The process of identifying and managing Politically Exposed Persons can be fraught with difficulties. One of the most common challenges lies in the ambiguity of who should be classified as a PEP. While senior political figures are obviously included, the status of lower-ranking officials or their family members can sometimes be unclear, particularly when considering different cultural contexts and political structures.

Globalisation and digital technology have added to the complexity of identifying PEPs. With the ease of cross-border transactions, PEPs can hold accounts or perform transactions in multiple countries, making it more challenging for any single institution to accurately track and monitor their activities.

Financial institutions also face the risk of "false positives" – individuals wrongly identified as PEPs due to shared names or other identifying features. These can lead to unnecessary resources being devoted to unnecessary investigations.

Overcoming these challenges requires a comprehensive and ongoing approach. Institutions need access to extensive, regularly updated databases to ensure the accuracy of their PEP lists. Investment in advanced analytics tools can also help manage the risk of false positives by cross-referencing and verifying customer information.

Continuous education and training for employees involved in compliance and risk management roles is also essential. This training should cover regulatory updates, best practices, and case studies to ensure that they are well-equipped to identify and manage PEP-associated risks effectively.

Addressing these challenges requires an understanding of the evolving nature of the risks associated with PEPs, a commitment to thorough due diligence, and an investment in both technology and personnel. By doing so, organisations can enhance their ability to manage PEP risk effectively, protecting both their reputations and their bottom lines.

Identify PEP risk with Nexis Diligence+™

In today’s world, keeping up with government sanctions lists and PEPs is more challenging than ever, but ultimately, your reputation – and your business – depends on it. Mitigate your reputational risk with Nexis Solutions PEP screening products.

Nexis Diligence+™

Nexis Diligence+™ connects you to all the business intelligence you need in one place to conduct consistent due diligence checks and comply with anti-bribery and corruption (ABC). And the tool’s due diligence report builder provides you with a verifiable audit trail that enables you to illustrate your ongoing regulatory compliance efforts.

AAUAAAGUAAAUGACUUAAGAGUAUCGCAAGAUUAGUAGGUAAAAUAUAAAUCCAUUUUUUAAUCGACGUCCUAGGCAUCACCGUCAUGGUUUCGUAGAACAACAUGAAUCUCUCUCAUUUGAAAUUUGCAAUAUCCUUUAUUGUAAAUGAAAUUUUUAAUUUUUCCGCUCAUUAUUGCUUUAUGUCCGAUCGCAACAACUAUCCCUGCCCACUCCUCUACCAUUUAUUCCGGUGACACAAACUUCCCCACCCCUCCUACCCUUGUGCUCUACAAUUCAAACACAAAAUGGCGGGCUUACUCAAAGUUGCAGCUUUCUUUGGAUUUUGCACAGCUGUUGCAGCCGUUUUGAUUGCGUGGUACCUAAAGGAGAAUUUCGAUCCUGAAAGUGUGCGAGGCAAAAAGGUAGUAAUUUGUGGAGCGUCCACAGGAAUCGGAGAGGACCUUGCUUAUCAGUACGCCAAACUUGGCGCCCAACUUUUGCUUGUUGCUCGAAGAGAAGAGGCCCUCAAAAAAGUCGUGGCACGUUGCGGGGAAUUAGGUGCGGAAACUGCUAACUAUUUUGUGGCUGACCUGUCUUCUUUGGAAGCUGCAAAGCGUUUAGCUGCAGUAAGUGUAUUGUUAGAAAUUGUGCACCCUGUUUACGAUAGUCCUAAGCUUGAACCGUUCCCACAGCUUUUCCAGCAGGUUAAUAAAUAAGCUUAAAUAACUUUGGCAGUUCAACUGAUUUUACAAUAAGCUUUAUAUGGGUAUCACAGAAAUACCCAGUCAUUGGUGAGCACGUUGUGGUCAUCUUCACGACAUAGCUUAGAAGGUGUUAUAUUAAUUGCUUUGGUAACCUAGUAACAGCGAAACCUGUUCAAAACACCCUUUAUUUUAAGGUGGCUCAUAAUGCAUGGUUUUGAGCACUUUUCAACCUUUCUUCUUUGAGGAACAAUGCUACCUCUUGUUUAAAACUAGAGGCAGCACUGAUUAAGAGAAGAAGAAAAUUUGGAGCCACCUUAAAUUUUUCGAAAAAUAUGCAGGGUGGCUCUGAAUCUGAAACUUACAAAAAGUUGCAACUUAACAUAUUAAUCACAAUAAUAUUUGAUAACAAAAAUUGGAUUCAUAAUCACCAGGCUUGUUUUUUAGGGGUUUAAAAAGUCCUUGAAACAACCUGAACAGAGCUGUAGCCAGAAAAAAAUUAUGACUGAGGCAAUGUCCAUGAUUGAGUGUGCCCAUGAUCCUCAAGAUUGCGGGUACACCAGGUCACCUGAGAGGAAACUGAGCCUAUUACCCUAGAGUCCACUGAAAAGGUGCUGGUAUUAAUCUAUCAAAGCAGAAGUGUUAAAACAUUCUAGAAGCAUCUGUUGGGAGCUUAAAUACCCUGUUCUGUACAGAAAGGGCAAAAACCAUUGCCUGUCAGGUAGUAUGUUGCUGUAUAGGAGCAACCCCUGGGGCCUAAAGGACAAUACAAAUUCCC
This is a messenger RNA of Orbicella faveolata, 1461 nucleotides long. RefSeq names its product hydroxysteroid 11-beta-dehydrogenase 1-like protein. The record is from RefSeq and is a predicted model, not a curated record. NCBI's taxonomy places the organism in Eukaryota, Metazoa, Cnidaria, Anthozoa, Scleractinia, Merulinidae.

What’s more, by virtue of having a comprehensive picture of the people and companies with whom you do business, you’ll improve your decision making power and be able to act with confidence.

Conduct robust background checks supported by more than 45,000 news sources

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Gain access to 1,400+ sources of sanctions, watchlists, and blacklists, international court cases, risk-analysis reports, biographical sources and information on more than 1.5 million PEPs.

Diligence Spotter

In addition to Nexis Diligence+™, our suite of due diligence tools includes Diligence Spotter risk-assessment software. This robust regulatory compliance tool lets you monitor and manage cases, screen third parties, set risk profiles and assess risk to help you continually meet regulatory expectations.

The software lets you capture a real-time daily assessment of your business risk, so you can ramp up your due diligence efforts as needed. Diligence Spotter also allows you to incorporate additional internet research into your screening process, so you can be rest assured that as regulations evolve, Diligence Spotter will keep up.

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The information provided is based on regulatory guidance and best practices recommendations. It is for educational purposes only and should not be construed as legal advice or a definition of the PEPs data covered within our solutions.

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Understanding and managing Politically Exposed Persons is not just a regulatory requirement, but also an integral part of a robust risk management strategy. In light of their potential risk for money laundering and corruption, financial institutions must prioritise stringent PEP identification, thorough due diligence, and ongoing monitoring.

Whether you're looking to enhance your current procedures or build a comprehensive PEP management strategy from the ground up, we are here to assist. Our team of experts can provide you with the resources, guidance, and support necessary to navigate this complex aspect of financial compliance.

Don't take chances when it comes to PEP risk management. Reach out to us today and let us help you build a compliant, secure, and future-proof strategy. Contact us at or call 0330 161 1234. Make the first move towards a safer financial future.